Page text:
The European species of the genus Lebertia Neuman, 1880 are revised based on a study of available types and additional material from museum collections and recent field work, mostly done in the southern part of the continent. The taxonomic significance of all morphological character states considered as diagnostic by former authors is reevaluated in light of a detailed analysis of the variability of these characters in L. fimbriata. The subgenus Mixolebertia is redefined, the subgenus Pseudolebertia is synonymized with Lebertia sensu strictu. The synonymy of Hexalebertia with Mixolebertia, proposed by previous authors but not generally accepted is confirmed. Eolebertia nov. subgen. is proposed in order to accommodate L. elsteri and a species new to science.
Descriptions and diagnoses are provided for all recognized species. Neotypes are designated for two species (L. fimbriata and L. brevipora) and lectotypes for 16 species (L. apposita, L. bracteata, L. bisbisetosa, L. crenophila, L. dalmatica, L. hispanica, L. holsatica, L. jadrensis, L. longipalpis, L maculosa, L. purpurea, L. rivulorum, L. schechteli, L. semireticulata, L. silesiaca and L. subtilis). Four subspecies are elevated to species rank (with their former stem species in parentheses): L. reticulata Koenike, 1912 (rufipes); L. rubella K. Viets, 1926 (tuberosa); L. excellens Lundblad, 1956a (tenuicollis); L. nitida Motaş & Tanasachi, 1963 (holsatica).
Due to insufficient documentation, 21 taxa are considered as species incertae: L. tauinsignita (Lebert, 1879); L. longipes Monti, 1904; L. walteri Thor, 1906; L. costata Koenike, 1908; L. sigthori Maglio, 1908; L. duricoria Koenike, 1911; L. saxonica Thor, 1911; L. inflexa Thor, 1913; L. gladiator Thor, 1913; L. multicincta Thor, 1914; L. komareki Thor, 1914; L. schechteli globifera Thor, 1914; L. lacustris Koenike, 1914; L. aspera Walter, 1922; L. incognita K. Viets, 1922; L. pulchella K. Viets, 1925; L. monardi Migot, 1926; L. pyrenaica Migot, 1926; L. dresdensis K. Viets, 1928; L. elliptica Husiatinschi, 1937 and L. cylindrata Bader, 1955.
The following synonymies proposed by former authors are rejected: L. aberrata K. Viets, 1922 = L. cuneifera Walter, 1922: Schwoerbel 1955a (separate species) L. algeriensis Lundblad, 1942 = L. inaequalis: Besseling 1956 (separate species) L. contracta Thor, 1900 = L. densa (?): K. Viets & K. O. Viets 1960 (separate species) L. cylindrata Bader, 1955 = L. semireticulata K. Viets, 1925: Lundblad 1956a (species incerta) L. giardinai Maglio, 1908 = L. robusta Walter, 1922: Bader 1975 (priority; L. robusta = L. fontana) L. maculosa Koenike, 1902 = L. zschokkei Koenike, 1902: Lundblad 1962 (priority; vice versa) L. pallida Láska, 1954 = L. sparsicapillata Thor, 1905: Láska 1963 (= L. pusilla) L. stigmatifera separata Lundblad, 1930 = L. stigmatifera: Lundblad 1962 (separate species) L. zachariasi Koenike, 1912 = L. rufipes Koenike, 1902: Bader 1975 (= L. reticulata).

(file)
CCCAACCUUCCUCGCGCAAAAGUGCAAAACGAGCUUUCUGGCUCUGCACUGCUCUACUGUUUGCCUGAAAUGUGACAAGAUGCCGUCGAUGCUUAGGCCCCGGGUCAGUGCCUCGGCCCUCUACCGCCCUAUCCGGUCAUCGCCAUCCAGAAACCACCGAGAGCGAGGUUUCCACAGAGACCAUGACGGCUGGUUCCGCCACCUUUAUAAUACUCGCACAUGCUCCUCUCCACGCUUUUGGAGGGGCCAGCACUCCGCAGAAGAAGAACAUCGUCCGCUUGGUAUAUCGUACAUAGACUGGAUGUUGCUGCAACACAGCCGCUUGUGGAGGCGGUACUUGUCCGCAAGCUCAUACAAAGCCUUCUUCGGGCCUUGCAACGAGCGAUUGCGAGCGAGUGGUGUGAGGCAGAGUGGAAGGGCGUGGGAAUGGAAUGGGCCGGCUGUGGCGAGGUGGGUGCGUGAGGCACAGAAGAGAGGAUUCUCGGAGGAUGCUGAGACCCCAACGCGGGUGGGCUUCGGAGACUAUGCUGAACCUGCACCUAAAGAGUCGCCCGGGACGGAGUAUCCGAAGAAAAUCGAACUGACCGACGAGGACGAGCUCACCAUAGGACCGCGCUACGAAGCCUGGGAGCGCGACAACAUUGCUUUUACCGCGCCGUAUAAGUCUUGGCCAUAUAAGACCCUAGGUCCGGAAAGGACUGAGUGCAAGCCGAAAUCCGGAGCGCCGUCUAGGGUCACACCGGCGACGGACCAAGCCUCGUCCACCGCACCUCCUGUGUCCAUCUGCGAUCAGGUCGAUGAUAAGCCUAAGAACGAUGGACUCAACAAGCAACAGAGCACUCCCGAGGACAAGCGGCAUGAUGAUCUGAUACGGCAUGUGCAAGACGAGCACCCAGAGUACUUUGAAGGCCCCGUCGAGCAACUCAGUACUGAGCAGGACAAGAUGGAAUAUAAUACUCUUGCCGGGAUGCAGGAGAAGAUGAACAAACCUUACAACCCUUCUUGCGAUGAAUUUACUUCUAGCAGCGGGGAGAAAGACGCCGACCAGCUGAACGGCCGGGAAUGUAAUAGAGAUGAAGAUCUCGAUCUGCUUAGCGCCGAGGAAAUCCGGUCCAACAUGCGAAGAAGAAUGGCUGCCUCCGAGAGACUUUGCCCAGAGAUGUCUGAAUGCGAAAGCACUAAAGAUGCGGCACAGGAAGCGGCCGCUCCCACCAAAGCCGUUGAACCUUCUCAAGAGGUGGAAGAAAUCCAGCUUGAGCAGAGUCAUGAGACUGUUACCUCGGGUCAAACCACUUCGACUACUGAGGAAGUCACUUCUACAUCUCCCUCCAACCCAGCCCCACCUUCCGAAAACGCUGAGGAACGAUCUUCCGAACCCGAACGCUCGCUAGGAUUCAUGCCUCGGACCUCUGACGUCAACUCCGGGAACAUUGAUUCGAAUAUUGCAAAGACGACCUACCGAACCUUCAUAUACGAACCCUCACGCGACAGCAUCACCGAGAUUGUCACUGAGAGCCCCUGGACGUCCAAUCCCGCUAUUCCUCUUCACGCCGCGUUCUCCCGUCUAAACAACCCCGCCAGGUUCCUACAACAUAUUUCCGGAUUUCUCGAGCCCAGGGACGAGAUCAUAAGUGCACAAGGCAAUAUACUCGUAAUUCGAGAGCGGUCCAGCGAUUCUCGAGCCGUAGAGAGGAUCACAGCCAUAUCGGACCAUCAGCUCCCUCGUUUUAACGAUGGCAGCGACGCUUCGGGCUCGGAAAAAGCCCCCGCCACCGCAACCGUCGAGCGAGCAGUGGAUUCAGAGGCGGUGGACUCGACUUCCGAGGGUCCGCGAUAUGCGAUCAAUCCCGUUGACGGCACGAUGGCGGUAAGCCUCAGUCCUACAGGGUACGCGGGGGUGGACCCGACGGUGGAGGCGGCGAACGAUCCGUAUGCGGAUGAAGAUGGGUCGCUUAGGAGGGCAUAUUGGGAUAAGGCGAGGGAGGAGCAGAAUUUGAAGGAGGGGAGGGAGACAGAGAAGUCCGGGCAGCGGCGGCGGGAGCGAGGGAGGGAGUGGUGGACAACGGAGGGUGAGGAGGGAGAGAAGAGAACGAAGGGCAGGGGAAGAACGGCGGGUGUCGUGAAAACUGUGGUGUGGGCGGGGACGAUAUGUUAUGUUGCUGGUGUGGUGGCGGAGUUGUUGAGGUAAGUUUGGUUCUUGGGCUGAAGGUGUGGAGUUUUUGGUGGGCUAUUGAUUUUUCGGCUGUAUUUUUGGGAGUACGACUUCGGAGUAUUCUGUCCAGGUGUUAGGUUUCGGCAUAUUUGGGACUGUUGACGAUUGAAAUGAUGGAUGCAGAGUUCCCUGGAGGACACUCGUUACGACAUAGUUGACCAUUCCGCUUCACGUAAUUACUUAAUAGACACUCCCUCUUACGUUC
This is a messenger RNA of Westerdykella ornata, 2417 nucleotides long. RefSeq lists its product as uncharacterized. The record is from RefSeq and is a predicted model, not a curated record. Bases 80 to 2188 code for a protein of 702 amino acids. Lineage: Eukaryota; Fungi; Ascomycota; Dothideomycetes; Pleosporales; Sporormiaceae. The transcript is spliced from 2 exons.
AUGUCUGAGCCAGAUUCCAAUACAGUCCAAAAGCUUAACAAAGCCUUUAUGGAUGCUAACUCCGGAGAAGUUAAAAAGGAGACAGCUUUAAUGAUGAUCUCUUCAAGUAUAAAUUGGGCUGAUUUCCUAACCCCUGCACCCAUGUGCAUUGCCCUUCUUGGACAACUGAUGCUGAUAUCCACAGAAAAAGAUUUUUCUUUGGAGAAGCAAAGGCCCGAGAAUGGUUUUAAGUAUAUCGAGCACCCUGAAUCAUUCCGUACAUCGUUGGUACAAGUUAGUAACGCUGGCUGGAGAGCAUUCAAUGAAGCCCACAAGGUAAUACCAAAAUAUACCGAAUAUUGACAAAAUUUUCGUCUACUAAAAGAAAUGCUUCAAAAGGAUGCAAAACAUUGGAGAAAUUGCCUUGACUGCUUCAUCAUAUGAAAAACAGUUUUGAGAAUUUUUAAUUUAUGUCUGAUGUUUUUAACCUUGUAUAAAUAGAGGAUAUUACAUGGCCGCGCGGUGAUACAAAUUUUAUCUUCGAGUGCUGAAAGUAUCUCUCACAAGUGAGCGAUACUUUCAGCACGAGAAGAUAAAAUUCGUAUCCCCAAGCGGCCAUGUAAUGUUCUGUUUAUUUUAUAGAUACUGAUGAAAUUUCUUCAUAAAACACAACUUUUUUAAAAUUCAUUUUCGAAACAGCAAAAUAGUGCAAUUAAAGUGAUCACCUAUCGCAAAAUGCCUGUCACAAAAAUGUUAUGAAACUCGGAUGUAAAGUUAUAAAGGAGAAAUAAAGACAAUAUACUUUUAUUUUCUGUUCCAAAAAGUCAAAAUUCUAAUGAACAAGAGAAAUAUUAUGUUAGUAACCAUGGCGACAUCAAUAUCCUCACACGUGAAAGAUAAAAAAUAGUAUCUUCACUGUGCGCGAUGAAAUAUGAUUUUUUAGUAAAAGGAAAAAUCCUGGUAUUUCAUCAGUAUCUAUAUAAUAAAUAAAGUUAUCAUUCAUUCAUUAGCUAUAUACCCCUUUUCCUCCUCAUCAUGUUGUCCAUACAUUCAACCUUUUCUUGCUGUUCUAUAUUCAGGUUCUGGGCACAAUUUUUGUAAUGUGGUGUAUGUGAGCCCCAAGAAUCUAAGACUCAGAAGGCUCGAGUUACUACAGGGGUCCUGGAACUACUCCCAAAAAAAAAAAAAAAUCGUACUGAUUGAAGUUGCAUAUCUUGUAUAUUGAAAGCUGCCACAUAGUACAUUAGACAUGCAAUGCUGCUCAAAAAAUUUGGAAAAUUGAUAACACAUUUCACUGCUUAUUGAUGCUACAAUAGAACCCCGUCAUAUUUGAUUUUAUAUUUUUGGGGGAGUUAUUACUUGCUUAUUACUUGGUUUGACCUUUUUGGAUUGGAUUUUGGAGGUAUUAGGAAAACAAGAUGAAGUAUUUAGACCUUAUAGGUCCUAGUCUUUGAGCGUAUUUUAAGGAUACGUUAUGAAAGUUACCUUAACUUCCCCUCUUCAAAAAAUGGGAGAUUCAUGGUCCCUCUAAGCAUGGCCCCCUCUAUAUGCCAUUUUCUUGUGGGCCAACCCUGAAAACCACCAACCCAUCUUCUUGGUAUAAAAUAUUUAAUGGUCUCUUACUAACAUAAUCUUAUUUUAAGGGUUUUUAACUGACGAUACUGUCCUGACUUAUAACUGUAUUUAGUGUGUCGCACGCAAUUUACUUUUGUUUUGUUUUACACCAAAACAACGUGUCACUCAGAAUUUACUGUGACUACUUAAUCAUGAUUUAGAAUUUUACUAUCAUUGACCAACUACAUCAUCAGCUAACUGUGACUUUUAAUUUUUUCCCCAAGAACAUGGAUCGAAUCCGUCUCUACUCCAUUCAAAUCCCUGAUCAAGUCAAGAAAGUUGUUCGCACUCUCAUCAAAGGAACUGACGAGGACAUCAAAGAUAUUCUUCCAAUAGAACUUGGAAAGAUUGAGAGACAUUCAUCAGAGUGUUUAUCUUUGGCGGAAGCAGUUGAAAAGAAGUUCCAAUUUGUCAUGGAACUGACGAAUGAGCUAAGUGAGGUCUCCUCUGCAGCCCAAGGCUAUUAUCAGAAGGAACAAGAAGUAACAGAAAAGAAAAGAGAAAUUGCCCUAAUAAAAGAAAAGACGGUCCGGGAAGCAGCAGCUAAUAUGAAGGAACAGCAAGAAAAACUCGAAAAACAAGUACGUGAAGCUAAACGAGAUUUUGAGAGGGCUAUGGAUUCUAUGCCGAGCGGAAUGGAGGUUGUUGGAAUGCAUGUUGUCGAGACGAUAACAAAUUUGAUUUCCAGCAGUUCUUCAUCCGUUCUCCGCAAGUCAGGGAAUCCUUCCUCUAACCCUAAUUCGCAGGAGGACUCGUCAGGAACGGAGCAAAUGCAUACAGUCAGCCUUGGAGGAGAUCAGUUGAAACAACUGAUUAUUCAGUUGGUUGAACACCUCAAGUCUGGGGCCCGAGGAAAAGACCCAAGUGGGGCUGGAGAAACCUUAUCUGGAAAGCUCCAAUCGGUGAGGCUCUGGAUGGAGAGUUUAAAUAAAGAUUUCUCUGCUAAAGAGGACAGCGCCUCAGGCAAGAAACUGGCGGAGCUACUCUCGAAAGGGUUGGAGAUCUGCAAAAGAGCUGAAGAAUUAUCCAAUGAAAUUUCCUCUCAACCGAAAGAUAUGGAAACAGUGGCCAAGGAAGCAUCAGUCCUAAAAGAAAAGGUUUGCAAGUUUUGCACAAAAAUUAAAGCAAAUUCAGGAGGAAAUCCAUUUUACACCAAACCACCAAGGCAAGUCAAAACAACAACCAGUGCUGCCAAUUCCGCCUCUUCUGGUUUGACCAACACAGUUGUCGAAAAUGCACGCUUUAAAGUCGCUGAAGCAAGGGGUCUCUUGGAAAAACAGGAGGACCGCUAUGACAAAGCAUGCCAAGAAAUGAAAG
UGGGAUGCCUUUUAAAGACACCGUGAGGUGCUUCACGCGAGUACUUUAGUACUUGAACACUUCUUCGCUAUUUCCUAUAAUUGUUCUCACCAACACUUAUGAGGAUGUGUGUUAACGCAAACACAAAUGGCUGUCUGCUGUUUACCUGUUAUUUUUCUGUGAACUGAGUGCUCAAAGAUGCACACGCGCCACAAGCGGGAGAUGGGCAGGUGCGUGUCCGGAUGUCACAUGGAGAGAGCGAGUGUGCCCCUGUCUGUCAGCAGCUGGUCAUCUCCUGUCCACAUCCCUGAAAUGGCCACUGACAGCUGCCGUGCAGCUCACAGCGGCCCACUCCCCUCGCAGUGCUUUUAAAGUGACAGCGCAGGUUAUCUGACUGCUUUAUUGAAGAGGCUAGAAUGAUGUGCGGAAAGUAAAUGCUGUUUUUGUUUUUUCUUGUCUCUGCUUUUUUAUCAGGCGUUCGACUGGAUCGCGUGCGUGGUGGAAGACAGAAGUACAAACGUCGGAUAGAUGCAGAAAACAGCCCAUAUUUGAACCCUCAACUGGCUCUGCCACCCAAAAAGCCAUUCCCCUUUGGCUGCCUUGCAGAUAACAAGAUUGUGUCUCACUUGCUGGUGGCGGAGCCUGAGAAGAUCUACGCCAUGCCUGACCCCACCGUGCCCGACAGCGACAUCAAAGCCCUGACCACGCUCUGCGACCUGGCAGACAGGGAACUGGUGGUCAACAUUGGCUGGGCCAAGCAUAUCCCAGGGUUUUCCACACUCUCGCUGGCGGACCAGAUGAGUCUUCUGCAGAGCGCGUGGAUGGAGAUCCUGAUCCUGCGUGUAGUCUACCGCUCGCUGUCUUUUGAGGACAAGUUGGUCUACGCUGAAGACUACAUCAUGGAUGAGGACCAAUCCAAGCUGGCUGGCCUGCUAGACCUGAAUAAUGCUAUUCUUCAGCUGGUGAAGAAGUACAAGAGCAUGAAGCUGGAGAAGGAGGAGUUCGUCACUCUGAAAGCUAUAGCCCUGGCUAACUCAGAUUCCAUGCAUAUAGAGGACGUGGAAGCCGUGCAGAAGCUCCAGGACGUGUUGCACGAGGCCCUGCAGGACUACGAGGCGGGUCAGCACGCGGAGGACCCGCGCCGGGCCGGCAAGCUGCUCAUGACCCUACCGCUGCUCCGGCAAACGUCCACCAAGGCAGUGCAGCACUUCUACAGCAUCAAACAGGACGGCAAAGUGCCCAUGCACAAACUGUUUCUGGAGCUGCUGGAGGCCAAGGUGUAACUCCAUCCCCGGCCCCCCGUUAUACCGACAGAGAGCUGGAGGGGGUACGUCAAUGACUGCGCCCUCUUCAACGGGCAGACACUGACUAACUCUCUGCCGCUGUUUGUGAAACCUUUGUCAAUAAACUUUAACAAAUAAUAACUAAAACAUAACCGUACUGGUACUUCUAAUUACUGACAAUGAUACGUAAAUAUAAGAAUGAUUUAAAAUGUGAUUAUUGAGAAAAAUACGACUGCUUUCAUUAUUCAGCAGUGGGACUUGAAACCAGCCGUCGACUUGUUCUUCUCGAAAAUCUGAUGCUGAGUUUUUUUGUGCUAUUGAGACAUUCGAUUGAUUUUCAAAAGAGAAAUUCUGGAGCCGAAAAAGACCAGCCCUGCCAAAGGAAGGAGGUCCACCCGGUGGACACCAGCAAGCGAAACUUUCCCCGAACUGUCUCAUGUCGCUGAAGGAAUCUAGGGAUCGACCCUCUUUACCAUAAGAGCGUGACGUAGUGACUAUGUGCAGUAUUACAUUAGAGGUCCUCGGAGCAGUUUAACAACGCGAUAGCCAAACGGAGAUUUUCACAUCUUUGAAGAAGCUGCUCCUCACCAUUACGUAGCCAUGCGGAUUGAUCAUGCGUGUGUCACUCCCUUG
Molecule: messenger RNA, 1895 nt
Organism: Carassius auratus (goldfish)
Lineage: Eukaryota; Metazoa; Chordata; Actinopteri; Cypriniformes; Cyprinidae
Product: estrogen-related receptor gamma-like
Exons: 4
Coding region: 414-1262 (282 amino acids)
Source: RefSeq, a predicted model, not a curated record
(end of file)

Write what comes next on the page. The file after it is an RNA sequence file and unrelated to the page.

The following 42 new synonyms are proposed: L. acuta minor Láska, 1954 = L. maglioi Thor, 1907 L. affinis Sokolow, 1927 = L. fimbriata Thor, 1899 L. apposita Láska, 1954 = L. maglioi Thor, 1907 L. arndti K. Viets, 1926 = L. maculosa Koenike, 1902 L. balcarica Sokolow, 1940a (err.: balcaria K. O. Viets 1987) = L. maglioi Thor, 1907 L. barsica Szalay, 1937 = L. haliki K. Viets, 1928 L. berlesei Thor, 1926 = L. oudemansi Koenike, 1898 L. caucasica cubanica Sokolow, 1940a = L. porosa Thor, 1900 L. corsica E. Angelier, 1954 = L. sparsicapillata Thor, 1905 L. rufipes cylindrica Láska, 1952 = L. sparsicapillata Thor, 1905 L. densa Koenike, 1902 = L. dubia Thor, 1899 L. dubiaeformis Sokolow, 1930 = L. helvetica Thor, 1906 L. extendens Walter, 1922 = L. fontana Walter, 1912 L. gracilipes Walter, 1922 = L. giardinai Maglio, 1908 L. husmanni K. Viets, 1955 = L. maglioi Thor, 1907 L. inversa Koenike, 1919 = L. cognata Koenike, 1902 L. longiepimerata Láska, 1953 = L. sparsicapillata Thor, 1905 L. multipilosa Thor, 1926 = L. natans K. Viets, 1926 L. neocomensis Bader, 1955 = L. longiseta Bader, 1955 L. obesa K. Viets, 1925 = L. cognata Koenike, 1902 L. olonensis Sokolow, 1930 = L. pusilla Koenike, 1911 L. pallida Láska, 1954 = L. pusilla Koenike, 1911 L. pseudotuberosa Bader, 1975 = L. maculosa Koenike, 1902 L. quadripora Koenike, 1903 = L. inaequalis Koch, 1837 L. robusta Walter, 1922 = L. fontana Walter, 1912 L. rufipes cylindrica Láska, 1952 = L. sparsicapillata Thor, 1905 L. schischkoffi K. Viets, 1926 = L. maculosa Koenike, 1902 L. schmidtii Thor, 1911 = L. halberti Koenike, 1902 L. scutellata K. O. Viets, 1955 = L. maglioi Thor, 1907 L. sefveoides Schwoerbel, 1962 = L. giardinai Maglio, 1908 L. shadini Sokolow, 1940 (“L. subtilis var.” Sokolow, 1925) = L. oblonga Koenike, 1911 L. silesiaca Láska, 1955 = L. pusilla Koenike, 1911 L. slovenica Láska, 1954 = L. rufipes Koenike, 1902 L. stackelbergi saxicola Sokolow, 1936 = L. porosa Thor, 1900 L. sublitoralis Walter, 1922 = L. oblonga Koenike, 1911 L. tenuistriata K. Viets, 1936 = L. fimbriata Thor, 1899 L. tuberosa Thor, 1914 = L. schechteli Thor, 1913 L. wackeri Bader, 1955 = L. inaequalis Koch, 1837 L. westfalica Koenike, 1919 = L. sparsicapillata Thor, 1905 L. zachariasi Koenike, 1912 = L. reticulata Koenike, 1919 L. zermattensis Walter, 1922 = L. maculosa Koenike, 1902 L. zschokkei Koenike, 1902 = L. maculosa Koenike, 1902